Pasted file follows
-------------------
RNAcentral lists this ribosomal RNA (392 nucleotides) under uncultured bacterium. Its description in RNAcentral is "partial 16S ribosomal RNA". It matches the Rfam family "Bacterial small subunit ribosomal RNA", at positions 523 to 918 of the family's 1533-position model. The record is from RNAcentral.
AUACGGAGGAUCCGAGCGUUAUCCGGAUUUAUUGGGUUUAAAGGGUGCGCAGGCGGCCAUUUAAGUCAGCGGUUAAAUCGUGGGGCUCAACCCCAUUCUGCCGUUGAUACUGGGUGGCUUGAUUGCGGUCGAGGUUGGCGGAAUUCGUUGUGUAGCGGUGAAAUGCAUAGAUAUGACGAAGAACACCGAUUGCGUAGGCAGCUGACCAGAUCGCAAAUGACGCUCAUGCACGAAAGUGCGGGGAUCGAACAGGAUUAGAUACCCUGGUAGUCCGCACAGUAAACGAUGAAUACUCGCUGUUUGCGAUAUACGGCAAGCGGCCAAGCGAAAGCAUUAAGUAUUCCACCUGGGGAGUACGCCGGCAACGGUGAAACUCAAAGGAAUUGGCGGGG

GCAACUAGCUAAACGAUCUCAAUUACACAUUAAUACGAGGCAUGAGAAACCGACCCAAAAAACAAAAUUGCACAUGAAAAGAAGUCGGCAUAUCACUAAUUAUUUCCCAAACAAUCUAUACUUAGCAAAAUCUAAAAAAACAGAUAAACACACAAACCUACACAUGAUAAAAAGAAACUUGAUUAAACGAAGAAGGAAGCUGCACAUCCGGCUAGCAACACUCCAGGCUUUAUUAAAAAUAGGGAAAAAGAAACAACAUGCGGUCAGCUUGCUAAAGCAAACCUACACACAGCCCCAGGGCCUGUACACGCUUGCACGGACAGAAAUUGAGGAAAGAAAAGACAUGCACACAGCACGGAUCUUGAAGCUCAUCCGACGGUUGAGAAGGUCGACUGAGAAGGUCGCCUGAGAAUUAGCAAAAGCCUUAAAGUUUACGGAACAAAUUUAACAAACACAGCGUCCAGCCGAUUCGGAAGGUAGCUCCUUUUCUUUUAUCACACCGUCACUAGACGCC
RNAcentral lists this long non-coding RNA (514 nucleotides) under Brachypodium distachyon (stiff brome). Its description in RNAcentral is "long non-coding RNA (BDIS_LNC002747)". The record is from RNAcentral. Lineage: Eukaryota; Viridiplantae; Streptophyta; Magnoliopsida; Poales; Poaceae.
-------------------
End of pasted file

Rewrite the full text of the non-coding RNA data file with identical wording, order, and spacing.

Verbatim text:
RNAcentral lists this ribosomal RNA (392 nucleotides) under uncultured bacterium. Its description in RNAcentral is "partial 16S ribosomal RNA". It matches the Rfam family "Bacterial small subunit ribosomal RNA", at positions 523 to 918 of the family's 1533-position model. The record is from RNAcentral.
AUACGGAGGAUCCGAGCGUUAUCCGGAUUUAUUGGGUUUAAAGGGUGCGCAGGCGGCCAUUUAAGUCAGCGGUUAAAUCGUGGGGCUCAACCCCAUUCUGCCGUUGAUACUGGGUGGCUUGAUUGCGGUCGAGGUUGGCGGAAUUCGUUGUGUAGCGGUGAAAUGCAUAGAUAUGACGAAGAACACCGAUUGCGUAGGCAGCUGACCAGAUCGCAAAUGACGCUCAUGCACGAAAGUGCGGGGAUCGAACAGGAUUAGAUACCCUGGUAGUCCGCACAGUAAACGAUGAAUACUCGCUGUUUGCGAUAUACGGCAAGCGGCCAAGCGAAAGCAUUAAGUAUUCCACCUGGGGAGUACGCCGGCAACGGUGAAACUCAAAGGAAUUGGCGGGG

GCAACUAGCUAAACGAUCUCAAUUACACAUUAAUACGAGGCAUGAGAAACCGACCCAAAAAACAAAAUUGCACAUGAAAAGAAGUCGGCAUAUCACUAAUUAUUUCCCAAACAAUCUAUACUUAGCAAAAUCUAAAAAAACAGAUAAACACACAAACCUACACAUGAUAAAAAGAAACUUGAUUAAACGAAGAAGGAAGCUGCACAUCCGGCUAGCAACACUCCAGGCUUUAUUAAAAAUAGGGAAAAAGAAACAACAUGCGGUCAGCUUGCUAAAGCAAACCUACACACAGCCCCAGGGCCUGUACACGCUUGCACGGACAGAAAUUGAGGAAAGAAAAGACAUGCACACAGCACGGAUCUUGAAGCUCAUCCGACGGUUGAGAAGGUCGACUGAGAAGGUCGCCUGAGAAUUAGCAAAAGCCUUAAAGUUUACGGAACAAAUUUAACAAACACAGCGUCCAGCCGAUUCGGAAGGUAGCUCCUUUUCUUUUAUCACACCGUCACUAGACGCC
RNAcentral lists this long non-coding RNA (514 nucleotides) under Brachypodium distachyon (stiff brome). Its description in RNAcentral is "long non-coding RNA (BDIS_LNC002747)". The record is from RNAcentral. Lineage: Eukaryota; Viridiplantae; Streptophyta; Magnoliopsida; Poales; Poaceae.